Subject: [harryproa] Re: New test with larger board and sail
From: "Robert" <>
Date: 5/22/2008, 1:53 AM

This is what I have been rabbiting on about for years.It is nice to
see it in practice. Once the bows start to immerse, there may be even
less resistance. Compare this to a flared bow which would have a
sudden increase in resistance. Another thing I advocate is a reverse
stem to make it smoother through chop. Could you get someone to push a
board up and down in the water to see how the boats go through waves.
My ideal lw hull shape is a bit of a flare at the crossbeam, going to
vertical half way to the bow and slightly reversing as it gets to the
bow. I am not sure how easy it would be to do as I don't know how much
twist can be put into the sheets used for skinning the craft This
would give more bury for the crossbeams, a slightly wider berth and a
bit of lift in surfing conditions, while having good wave piercing
ability. Optimising the bows is made more difficult as they are also
the stern but I think a v just near the end would help with coming off
waves, allow some waterplane resistance, and allow a fine exit.
The gradual burying is much easier to handle than cartwheeling a Hobie 16
--- In, "tsstproa" <bitme1234@...> wrote:
> I did a static test a while back in the tube with the old lwh and
> weight. I think what kept the model upright was the righting moment
> vs heeling angle and extra buoyancy in reverse sheer in lwh when
> wind pressure spilled from the sail at an angle less than the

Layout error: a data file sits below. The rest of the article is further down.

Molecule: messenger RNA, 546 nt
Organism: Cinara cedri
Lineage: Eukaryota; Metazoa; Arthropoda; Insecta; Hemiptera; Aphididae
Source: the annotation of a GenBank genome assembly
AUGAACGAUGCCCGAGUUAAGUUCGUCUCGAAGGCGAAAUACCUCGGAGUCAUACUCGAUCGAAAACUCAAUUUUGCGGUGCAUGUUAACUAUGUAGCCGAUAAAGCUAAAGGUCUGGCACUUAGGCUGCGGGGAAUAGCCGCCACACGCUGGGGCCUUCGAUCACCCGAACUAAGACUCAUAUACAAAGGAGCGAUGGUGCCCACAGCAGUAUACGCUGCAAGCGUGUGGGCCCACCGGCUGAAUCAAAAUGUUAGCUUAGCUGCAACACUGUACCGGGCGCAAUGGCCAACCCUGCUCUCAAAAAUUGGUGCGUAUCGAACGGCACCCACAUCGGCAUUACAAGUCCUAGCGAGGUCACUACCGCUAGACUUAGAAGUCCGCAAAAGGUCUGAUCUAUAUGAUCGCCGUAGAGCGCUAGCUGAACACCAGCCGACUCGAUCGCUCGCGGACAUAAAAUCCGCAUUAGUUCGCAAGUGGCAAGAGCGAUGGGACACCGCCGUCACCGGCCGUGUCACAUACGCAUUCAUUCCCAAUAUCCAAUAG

> heeling angle to cause an over turn.
> The fact that the hulls are square they due have a high prismatic
> coefficient. lwh is .801 . So I think this helps to maintain drive
> even when submerged along with the reverse sheer adding buoyancy
> gradually the deeper the bow goes under. Could be wrong here but
> seems that in combination of the two, high coefficient and reverse
> sheer. The water pressure or forces on hull are small and gradual
> nothing drastic or extreme to cuase sudden change in effect, to a
> point. Probably way off on how it works but with the right
> intention.
> Todd
> --- In, "Robert" <cateran1949@>
> wrote:
> >
> > -most impressed by how boat kept on sailing with bow submerged, and
> > then there was point where there wasn't enough weight on the
> stern to
> > keep it down. Still trying to work out why it didn't capsize but
> > stalled and fell back to start again -- In
> >, "tsstproa" <bitme1234@> wrote:
> > >
> > >
> > >
> > >
> > > Same day test with square harry full sails and main alone, along
> with
> > > crab claw model.
> > >
> > > New board on square harry has a more positive feed back not
> becoming
> > > over powered and stalling seems to hook up well even with the
> larger
> > > sail area. You can see though in the puffs the bow gets over
> powered.
> > > But when reduced to main sail alone in stronger winds it
> balances back
> > > with probably more board pressure. Don't see full sail working
> in
> > > anything over 8mph. I would reef main by 1/3 first or reef
> foresail by
> > > 1/3 and main by half, second. I thnik maybe instead of 185sq''
> better
> > > would be 150sqft on a shorter stick 0n square harry.
> > >
> > > Todd
> > >
> >

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